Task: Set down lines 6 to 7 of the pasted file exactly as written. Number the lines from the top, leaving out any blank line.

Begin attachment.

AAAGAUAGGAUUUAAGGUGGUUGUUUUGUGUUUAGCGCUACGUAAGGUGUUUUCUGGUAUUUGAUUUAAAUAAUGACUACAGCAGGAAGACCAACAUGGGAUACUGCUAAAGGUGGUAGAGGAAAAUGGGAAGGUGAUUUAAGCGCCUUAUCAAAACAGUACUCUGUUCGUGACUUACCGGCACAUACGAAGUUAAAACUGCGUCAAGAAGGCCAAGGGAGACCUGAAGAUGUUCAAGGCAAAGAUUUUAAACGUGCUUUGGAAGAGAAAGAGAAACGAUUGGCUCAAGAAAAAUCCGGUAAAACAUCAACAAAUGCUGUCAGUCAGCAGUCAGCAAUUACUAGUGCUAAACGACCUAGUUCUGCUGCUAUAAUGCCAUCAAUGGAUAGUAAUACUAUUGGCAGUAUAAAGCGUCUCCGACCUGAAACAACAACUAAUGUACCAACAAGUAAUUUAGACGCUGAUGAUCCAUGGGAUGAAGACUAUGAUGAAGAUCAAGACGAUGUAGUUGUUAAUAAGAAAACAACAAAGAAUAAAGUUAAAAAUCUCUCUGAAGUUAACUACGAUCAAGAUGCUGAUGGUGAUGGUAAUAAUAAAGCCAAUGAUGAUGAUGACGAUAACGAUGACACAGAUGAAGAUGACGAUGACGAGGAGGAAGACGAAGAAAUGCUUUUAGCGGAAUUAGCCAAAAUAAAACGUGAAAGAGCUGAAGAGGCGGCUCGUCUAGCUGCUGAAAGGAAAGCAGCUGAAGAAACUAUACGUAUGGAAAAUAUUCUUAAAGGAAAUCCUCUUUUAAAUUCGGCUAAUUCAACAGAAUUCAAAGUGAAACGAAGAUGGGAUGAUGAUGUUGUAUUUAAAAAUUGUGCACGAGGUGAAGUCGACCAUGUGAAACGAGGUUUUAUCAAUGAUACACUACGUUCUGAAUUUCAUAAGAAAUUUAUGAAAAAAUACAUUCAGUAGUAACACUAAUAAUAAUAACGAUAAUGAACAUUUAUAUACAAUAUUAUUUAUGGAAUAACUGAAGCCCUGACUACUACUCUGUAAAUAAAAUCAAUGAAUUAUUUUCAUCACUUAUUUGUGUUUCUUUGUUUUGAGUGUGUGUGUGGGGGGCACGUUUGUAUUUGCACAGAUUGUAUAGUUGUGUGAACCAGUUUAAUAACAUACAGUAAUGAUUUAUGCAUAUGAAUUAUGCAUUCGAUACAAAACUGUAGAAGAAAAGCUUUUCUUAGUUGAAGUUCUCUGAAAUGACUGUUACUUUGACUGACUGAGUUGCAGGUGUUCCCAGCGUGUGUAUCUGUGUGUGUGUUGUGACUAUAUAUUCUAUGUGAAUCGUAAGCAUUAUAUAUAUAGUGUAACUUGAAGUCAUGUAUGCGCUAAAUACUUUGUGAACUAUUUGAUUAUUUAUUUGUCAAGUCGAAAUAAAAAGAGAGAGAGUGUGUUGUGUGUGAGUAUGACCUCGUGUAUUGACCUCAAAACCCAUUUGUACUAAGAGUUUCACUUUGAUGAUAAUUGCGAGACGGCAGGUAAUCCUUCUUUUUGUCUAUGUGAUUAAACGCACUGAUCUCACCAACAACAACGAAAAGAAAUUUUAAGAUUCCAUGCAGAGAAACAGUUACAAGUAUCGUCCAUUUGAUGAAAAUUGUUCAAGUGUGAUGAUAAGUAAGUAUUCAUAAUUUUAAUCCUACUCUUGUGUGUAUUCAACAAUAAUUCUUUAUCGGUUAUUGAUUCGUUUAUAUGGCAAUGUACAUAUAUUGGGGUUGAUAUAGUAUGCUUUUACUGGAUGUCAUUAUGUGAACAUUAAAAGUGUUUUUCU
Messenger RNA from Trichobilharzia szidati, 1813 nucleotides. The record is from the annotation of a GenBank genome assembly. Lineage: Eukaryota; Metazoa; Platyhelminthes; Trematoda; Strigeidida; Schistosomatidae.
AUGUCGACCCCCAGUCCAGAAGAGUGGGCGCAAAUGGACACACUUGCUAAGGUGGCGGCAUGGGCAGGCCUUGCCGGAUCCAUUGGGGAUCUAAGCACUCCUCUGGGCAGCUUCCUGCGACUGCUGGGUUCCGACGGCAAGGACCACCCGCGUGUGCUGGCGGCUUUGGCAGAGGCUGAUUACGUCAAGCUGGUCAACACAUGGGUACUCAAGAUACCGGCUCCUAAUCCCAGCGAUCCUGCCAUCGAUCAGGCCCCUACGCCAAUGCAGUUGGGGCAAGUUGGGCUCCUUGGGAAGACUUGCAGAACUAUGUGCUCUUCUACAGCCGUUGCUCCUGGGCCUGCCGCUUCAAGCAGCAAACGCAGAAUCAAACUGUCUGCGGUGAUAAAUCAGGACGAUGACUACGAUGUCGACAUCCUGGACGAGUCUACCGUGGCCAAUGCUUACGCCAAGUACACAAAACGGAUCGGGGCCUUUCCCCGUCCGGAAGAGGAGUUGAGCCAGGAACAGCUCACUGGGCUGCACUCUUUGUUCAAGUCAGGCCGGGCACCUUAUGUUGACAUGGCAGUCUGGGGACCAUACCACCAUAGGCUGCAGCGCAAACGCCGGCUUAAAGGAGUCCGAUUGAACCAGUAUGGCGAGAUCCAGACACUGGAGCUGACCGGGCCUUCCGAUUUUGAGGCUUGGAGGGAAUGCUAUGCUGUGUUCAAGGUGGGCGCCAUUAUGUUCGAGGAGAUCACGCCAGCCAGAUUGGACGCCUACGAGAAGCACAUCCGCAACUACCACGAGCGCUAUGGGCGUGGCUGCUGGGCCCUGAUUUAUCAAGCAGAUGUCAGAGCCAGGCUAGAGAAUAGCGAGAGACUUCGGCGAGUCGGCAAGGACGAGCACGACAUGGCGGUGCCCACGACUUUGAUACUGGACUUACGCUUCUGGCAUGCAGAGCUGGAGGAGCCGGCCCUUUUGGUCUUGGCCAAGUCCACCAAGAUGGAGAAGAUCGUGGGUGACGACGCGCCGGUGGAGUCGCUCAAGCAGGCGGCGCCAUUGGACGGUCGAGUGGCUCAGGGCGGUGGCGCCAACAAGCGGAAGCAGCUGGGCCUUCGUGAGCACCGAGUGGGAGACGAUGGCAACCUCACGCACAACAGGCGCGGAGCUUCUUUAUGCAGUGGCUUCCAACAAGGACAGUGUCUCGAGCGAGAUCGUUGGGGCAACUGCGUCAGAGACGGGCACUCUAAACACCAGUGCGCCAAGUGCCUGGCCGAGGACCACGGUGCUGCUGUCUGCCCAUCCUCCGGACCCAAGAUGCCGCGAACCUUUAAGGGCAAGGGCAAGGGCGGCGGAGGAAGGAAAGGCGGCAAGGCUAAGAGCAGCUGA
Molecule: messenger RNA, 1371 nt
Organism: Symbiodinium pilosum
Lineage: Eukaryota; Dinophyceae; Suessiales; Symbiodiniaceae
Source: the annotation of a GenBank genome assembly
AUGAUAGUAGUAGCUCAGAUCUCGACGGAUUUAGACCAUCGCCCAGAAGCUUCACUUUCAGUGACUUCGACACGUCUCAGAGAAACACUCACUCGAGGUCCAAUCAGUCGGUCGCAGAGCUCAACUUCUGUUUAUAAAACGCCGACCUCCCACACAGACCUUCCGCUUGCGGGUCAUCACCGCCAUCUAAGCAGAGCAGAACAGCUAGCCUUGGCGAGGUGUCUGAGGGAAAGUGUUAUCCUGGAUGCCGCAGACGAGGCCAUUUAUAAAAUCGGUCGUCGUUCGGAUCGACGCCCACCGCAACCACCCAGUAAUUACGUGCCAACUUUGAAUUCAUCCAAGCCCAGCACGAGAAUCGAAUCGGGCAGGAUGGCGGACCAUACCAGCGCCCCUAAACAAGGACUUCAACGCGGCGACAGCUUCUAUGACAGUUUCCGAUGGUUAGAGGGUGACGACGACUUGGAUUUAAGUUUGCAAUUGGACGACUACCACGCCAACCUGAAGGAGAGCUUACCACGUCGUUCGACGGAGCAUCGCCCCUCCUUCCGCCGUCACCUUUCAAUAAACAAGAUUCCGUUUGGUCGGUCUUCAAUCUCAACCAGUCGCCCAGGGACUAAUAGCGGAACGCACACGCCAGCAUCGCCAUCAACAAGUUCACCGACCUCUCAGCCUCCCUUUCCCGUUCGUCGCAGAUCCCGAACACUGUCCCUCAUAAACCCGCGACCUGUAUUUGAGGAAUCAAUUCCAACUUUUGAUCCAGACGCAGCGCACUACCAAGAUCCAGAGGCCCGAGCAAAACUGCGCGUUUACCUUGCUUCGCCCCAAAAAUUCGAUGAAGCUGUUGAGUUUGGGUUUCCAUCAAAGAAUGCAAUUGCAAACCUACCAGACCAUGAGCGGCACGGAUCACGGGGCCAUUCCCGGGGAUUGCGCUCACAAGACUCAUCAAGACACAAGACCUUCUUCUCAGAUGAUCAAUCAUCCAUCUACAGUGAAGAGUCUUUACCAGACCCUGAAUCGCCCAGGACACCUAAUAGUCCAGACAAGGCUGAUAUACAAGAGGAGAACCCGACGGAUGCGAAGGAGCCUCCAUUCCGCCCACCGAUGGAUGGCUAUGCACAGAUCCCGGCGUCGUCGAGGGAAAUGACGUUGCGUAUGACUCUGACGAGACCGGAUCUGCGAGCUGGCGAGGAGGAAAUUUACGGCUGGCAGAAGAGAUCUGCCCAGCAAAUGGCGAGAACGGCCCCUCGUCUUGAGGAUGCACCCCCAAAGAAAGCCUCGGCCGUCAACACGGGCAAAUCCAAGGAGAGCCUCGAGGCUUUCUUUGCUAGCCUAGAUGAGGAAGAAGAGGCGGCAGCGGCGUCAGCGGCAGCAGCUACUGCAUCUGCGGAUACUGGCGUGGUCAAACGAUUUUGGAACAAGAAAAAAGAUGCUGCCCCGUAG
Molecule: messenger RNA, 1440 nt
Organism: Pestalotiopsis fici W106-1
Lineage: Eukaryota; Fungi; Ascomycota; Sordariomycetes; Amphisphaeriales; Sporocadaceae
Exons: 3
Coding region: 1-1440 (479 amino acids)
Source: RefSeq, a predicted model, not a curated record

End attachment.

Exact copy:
Lineage: Eukaryota; Dinophyceae; Suessiales; Symbiodiniaceae
Source: the annotation of a GenBank genome assembly